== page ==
Mirador’s three partners have long been active in the Charlotte community.
We each have own individual passions, but they intersect in the areas of conservation and affordable housing. As a firm, we’ve chosen to make these our focus areas when it comes to giving back.
ON AFFORDABLE HOUSING
We are committed to active engagement on this issue, which is a pressing national concern. But it’s critical in Charlotte.
According to the National Low-Income Housing Coalition’s 2017 report, every major metropolitan area in the US has a shortage of affordable and available rental homes. Growth in low-income households from 2000 to 2015 has outpaced production of housing units affordable to them.
In Charlotte, affordable housing is defined as housing costs – including utilities – of no more than 30 percent of an individual’s or family’s income. Cost-burdened households are those paying more than 30 percent for housing costs, and insecure households spend more than 50 percent of income on housing or are experiencing homelessness.
The people who need affordable housing are essential workers. They include customer service agents, who make a median hourly wage in NC of $15; healthcare aides ($10 an hour); retail sales associates ($10 an hour); and food prep workers ($8 an hour).
Increasing Charlotte’s affordable housing supply is of vital importance to the community where we live and work. Building, broadening, and sustaining affordable housing requires a commitment from all involved. Geoffrey serves on the board of Community Link, a non-profit whose mission is to enable individuals and families to obtain and sustain safe, decent and affordable housing. We at Mirador are educating ourselves about a number of endeavors proposed and underway, meeting the leadership involved and collaborating to maximize our collective value-add.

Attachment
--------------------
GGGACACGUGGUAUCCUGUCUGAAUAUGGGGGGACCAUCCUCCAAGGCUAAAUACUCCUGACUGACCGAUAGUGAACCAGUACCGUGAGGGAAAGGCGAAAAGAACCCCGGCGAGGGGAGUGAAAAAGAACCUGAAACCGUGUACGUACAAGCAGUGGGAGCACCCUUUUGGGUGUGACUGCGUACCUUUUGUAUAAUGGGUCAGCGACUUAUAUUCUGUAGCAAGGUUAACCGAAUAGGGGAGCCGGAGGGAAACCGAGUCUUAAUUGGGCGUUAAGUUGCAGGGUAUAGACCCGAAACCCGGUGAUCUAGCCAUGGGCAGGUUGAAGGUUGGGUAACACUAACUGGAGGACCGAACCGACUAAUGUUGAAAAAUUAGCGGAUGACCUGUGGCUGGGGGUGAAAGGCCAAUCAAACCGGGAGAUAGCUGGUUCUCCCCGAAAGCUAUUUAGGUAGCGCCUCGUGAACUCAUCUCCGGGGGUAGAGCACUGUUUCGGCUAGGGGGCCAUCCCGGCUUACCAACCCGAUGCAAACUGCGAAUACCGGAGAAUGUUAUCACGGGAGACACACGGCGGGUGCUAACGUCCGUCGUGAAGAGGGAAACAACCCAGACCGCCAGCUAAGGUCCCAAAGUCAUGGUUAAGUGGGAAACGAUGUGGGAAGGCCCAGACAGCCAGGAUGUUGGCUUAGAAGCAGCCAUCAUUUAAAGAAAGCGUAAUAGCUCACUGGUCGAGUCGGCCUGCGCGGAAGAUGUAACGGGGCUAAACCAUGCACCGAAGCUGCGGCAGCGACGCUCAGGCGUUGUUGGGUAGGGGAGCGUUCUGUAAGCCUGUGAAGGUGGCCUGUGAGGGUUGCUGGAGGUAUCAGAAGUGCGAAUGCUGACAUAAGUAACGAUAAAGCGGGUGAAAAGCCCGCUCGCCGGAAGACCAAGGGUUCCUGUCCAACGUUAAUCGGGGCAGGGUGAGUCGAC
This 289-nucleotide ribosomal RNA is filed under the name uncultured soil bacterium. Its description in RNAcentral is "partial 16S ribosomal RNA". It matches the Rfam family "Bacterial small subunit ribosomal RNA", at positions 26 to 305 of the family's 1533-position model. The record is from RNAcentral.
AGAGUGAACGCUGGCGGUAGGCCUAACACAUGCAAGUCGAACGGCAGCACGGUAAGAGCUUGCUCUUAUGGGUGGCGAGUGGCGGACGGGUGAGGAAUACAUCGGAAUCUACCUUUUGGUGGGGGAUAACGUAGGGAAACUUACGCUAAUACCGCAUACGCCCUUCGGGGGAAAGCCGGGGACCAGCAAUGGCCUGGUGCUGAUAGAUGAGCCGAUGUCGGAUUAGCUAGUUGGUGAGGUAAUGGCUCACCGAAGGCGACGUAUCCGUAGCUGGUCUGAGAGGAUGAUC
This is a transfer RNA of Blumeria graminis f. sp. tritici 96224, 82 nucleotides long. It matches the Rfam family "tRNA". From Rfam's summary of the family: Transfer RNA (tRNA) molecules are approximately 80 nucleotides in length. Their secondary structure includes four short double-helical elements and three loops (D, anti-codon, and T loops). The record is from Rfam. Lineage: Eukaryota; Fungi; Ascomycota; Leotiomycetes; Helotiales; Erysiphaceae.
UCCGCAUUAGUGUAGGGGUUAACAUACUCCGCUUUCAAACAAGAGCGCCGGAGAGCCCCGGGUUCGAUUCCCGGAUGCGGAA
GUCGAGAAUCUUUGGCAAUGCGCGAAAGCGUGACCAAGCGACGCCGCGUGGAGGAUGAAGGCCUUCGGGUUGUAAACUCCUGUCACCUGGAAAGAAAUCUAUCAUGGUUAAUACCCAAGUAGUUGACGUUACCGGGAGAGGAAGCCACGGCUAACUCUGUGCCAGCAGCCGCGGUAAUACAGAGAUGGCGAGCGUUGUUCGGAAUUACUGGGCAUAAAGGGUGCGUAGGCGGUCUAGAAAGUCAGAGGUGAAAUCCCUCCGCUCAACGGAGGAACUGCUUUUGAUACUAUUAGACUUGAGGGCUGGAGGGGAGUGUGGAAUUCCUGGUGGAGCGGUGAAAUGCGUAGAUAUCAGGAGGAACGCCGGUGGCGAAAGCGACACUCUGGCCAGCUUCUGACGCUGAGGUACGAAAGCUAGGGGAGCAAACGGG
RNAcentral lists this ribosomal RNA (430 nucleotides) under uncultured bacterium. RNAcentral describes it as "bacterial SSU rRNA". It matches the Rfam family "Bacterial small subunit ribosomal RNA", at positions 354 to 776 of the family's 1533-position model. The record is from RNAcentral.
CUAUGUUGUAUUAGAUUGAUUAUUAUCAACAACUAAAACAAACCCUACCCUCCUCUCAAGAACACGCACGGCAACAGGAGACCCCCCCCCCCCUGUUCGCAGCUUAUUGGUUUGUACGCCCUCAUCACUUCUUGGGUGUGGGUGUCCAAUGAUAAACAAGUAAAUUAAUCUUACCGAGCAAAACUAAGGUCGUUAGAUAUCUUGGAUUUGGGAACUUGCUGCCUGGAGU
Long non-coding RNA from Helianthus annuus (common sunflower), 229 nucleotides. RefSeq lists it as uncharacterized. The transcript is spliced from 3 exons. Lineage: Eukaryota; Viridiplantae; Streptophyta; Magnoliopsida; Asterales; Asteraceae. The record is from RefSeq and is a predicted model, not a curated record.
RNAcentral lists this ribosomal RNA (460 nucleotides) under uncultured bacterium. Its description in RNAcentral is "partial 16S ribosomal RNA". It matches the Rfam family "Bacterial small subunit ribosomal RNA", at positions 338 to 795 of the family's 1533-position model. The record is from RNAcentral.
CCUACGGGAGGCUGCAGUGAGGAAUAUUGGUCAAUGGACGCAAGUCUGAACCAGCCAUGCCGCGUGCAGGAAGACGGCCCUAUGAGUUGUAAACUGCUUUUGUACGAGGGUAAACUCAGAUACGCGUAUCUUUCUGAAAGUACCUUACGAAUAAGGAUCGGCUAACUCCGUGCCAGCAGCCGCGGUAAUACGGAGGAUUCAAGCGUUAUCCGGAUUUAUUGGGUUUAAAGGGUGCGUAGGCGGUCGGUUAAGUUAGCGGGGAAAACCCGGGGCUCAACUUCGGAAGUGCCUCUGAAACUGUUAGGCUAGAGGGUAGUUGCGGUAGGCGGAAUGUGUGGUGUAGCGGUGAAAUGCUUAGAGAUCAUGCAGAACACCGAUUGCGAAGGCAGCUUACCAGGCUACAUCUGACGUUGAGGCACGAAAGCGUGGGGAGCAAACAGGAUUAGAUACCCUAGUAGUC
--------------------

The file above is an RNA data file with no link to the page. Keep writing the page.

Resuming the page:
Tom and Dave met through their service on the Charlotte region’s lead land conservation organization. The two worked on land conservation projects throughout the Charlotte region, securing fee interest or conservation easements on thousands of acres and attracting millions of dollars in both private and public capital for conservation.
The conserved lands secured through their efforts permanently benefit local communities through improved water quality, enhanced wildlife habitat, and by providing open space and publicly accessible trails as part of the Carolina Thread Trail network.
Tom continues to serve on the Catawba Lands Conservancy board, where he led the land acquisition committee for years. Dave chairs the Davidson Land Conservancy’s land acquisition committee and has volunteered to complete several significant land conservation projects in recent years. He also chairs the Redlair Foundation which oversees an endowment fund benefiting a 1,400-acre preserve in Gaston County.
Dave helped establish and continues in a leadership role with TreesDavidson, an urban forestry initiative, and serves on the Town of Davidson’s Livability Board, which is focused on green space preservation, greenways and parks, and urban forestry.
Permanent conservation is a gift in perpetuity to future generations.